As we head into the 2012 presidential election cycle, the new, official Obama administration policy on Wall Street is crystalline: Hands off the bad guys.
Consider what Sheila Bair, the outgoing chairman of the Federal Deposit Insurance Corp., said at a Council on Foreign Relations event on June 9 about whether Wall Street bank executives should be held accountable for the criminal negligence that led to the worst financial crisis since the Great Depression.
“I think a lot people were looking the other way when they shouldn’t have,” Bair said. “Again, where it transcends to the place of just not doing your job and to actually knowing about it and aiding it, I think that’s clearly criminal behavior and people should go to jail.”
So far so good. But Bair immediately made clear that she wasn’t accusing any Wall Street big shots of doing anything wrong: “It’s not clear that higher up that was the case. But I think that’s what law enforcement should figure out.”
Unfortunately, law enforcement is getting nowhere on figuring it out. Preet Bharara, the U.S. attorney in the Southern District of New York, recently explained to George Packer of the New Yorker why he had not yet indicted any high-level bankers. “If the well is dry,” he said, “a thousand more people aren’t going to get you water in that well.”
An Offended Prosecutor
He then took offense to the criticism his office has received. “It bothers me a little bit when people suggest, without knowing anything, that we’re not even bothering to look,” he said. “Where there’s smoke, we take a look. Do you have any idea how much people want to bring the case if it exists? So what could be the reason we haven’t? Sometimes people say, ‘It’s because you’re beholden to these guys,’ which doesn’t make any sense. Do we look like we’re afraid to prosecute anyone?”
And yet the only prosecutions we see are tiny fish like Fabrice Tourre of Goldman Sachs Group Inc. and hedge-fund honcho Raj Rajaratnam, who was a slimy inside-trader but had nothing to do with causing the economic meltdown.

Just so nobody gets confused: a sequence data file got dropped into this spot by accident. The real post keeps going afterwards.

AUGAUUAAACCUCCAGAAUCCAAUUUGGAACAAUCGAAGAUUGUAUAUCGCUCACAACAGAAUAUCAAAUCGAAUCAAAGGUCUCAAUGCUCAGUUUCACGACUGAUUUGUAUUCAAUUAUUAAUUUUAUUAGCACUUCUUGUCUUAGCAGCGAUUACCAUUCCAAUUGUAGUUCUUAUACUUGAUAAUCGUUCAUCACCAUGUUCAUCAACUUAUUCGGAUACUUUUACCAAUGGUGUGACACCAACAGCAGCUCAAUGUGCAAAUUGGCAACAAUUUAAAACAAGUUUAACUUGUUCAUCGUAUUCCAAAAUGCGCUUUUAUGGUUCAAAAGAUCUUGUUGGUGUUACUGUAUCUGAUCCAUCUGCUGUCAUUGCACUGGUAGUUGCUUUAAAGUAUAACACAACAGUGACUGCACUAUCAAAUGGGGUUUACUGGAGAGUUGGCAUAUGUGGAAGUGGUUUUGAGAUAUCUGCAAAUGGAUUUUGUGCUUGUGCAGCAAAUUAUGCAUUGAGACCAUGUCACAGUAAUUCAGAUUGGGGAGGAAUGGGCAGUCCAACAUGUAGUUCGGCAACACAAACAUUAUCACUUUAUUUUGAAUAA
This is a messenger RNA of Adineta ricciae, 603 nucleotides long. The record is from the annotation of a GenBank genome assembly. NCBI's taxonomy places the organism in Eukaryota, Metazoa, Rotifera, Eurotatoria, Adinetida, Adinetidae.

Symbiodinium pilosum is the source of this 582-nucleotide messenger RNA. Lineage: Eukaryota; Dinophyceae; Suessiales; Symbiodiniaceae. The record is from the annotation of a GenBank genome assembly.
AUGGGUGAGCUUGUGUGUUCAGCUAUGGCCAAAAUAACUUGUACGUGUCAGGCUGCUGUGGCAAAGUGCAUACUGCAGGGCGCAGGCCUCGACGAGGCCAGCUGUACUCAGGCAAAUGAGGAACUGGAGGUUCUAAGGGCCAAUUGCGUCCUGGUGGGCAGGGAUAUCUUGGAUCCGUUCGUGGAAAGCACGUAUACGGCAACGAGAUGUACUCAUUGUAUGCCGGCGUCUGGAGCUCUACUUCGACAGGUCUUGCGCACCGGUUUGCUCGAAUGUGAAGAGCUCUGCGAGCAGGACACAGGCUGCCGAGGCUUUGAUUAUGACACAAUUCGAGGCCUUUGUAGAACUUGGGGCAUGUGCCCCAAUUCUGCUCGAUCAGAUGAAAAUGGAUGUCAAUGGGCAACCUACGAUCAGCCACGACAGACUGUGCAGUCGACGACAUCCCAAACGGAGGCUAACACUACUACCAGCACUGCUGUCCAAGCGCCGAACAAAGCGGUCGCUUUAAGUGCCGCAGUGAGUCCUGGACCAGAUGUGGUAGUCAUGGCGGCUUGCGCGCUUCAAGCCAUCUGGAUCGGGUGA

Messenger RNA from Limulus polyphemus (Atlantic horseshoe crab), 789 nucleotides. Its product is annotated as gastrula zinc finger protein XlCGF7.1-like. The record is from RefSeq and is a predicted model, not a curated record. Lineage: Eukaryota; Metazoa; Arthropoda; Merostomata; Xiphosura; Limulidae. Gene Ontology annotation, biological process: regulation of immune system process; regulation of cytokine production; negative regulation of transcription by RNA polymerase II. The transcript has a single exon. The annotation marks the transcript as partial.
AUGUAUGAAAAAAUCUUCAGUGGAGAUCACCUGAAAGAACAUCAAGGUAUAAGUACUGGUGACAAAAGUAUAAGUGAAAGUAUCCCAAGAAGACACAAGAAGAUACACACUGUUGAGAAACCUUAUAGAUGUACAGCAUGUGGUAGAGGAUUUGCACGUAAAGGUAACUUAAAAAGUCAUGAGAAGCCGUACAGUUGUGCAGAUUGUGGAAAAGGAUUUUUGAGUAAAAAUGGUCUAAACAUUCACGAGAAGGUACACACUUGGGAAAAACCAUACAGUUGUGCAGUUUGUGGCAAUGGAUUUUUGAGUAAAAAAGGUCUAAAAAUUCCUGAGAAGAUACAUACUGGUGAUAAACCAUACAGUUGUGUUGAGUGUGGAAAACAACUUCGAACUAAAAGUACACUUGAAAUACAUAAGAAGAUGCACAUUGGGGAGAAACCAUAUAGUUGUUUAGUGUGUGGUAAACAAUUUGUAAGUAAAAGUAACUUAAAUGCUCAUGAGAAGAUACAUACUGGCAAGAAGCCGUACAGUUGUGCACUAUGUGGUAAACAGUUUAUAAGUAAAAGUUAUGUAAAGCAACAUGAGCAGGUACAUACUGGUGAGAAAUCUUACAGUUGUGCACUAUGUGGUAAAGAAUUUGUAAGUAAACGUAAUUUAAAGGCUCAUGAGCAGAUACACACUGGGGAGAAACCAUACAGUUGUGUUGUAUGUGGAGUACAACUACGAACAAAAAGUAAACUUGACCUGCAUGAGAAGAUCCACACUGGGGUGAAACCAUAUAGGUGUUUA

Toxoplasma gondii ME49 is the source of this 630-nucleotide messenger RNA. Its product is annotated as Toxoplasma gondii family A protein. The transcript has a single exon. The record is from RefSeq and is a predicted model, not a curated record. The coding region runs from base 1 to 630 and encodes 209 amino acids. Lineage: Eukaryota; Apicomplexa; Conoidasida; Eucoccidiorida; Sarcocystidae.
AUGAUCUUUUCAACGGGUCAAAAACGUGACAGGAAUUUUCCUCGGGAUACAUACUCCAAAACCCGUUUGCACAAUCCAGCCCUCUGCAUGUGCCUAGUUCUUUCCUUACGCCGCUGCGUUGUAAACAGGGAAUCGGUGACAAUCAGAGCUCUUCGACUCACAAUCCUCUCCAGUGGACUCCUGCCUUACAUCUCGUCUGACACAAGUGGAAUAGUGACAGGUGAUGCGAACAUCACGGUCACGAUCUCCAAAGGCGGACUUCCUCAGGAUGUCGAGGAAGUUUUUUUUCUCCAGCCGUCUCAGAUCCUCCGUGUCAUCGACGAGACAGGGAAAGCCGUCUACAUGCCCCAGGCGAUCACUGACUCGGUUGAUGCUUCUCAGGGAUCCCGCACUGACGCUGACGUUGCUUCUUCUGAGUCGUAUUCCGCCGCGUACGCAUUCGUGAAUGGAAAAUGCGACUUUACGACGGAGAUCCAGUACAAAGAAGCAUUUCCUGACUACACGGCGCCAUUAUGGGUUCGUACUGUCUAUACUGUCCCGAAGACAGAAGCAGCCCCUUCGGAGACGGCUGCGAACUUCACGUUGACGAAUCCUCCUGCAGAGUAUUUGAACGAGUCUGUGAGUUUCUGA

Well, if the justice system seems stymied, at least we can expect President Barack Obama, who in 2009 referred to Wall Streeters as “fat cat” bankers, to lead the charge. Indeed, last week he went into the lair of the Masters of the Universe and sent them the strongest possible message: He asked them to pony up $35,800 a head for his re-election campaign and to have dinner with him at Daniel, the French restaurant on Park Avenue.
How lovely. About 70 cats got fatter that night -- on lobster, roasted local beets, Kobe beef -- and the president raised $2.4 million for his coffers.
A Soft Settlement
Just in case the message that all is forgiven wasn’t clear enough, last week also saw a settlement of the Securities and Exchange Commission’s mortgage-backed securities case against JPMorgan Chase & Co. In exchange for a get-out-of-jail-free card, JPMorgan paid the SEC $154 million to settle claims that it -- like Goldman Sachs in the Abacus 2007-AC1 case -- had misled investors about the risks inherent in a collateralized debt obligation it was manufacturing and selling as the housing bubble was popping.
Just Move On
Why the SEC squeezed $550 million out of Goldman and JPMorgan got off with paying less than a third as much for virtually the same behavior is a legitimate mystery. What we do know is that we all get to move on, as Jamie Dimon, the JPMorgan chief executive officer, has long asked us to.
The continuing free passes are immensely frustrating, especially when the evidence continues to pile up that lots of people at these firms knew very well as 2007 progressed that they were packaging lousy mortgages and selling them at par to investors. For instance, the SEC’s complaint against JPMorgan included an e-mail sent on Feb. 13, 2007, by a “salesperson” in JPMorgan’s investment bank who was working with Magnetar Capital, the hedge fund looking to short Squared, the synthetic CDO in question. “We all know,” the salesperson wrote, that Magnetar “wants to print as many deals as possible before everything completely falls apart.”
A Pregnant Deal
As the market began to crack, JPMorgan pushed potential investors very hard to buy Squared. On March 19, one employee wrote to the European sales force that “we really need your help on this one. This is a top priority from the top of the bank all the way down.” Three days later, another member of the deal team tried again to get the sales team hyped. “We are soooo pregnant with this deal, we need a wheel-barrel to move around,” she wrote in an e-mail. “Let’s schedule the cesarian, please!”
Needless to say, similar e-mails have been found in the files of bankers and traders along Wall Street and at the credit rating services, such as Moody’s and Standard & Poor’s. Are we really expected to believe that such widespread questionable practices flourished without any of the corner-office folk knowing about it?
Make no mistake, Sheila Bair: those “higher up” on Wall Street knew very well what their firms were doing and simply chose to ignore it. After all, there was money to be made. (JPMorgan got paid $18.9 million to slap together Squared, and Goldman got paid $15 million for Abacus.) If that isn’t enough to make you lose your lunch -- although not, of course, a $35,800 dinner -- then the fact that Wall Street is going to get away with it all surely will.
(William D. Cohan is a Bloomberg View columnist. The opinions expressed are his own.)
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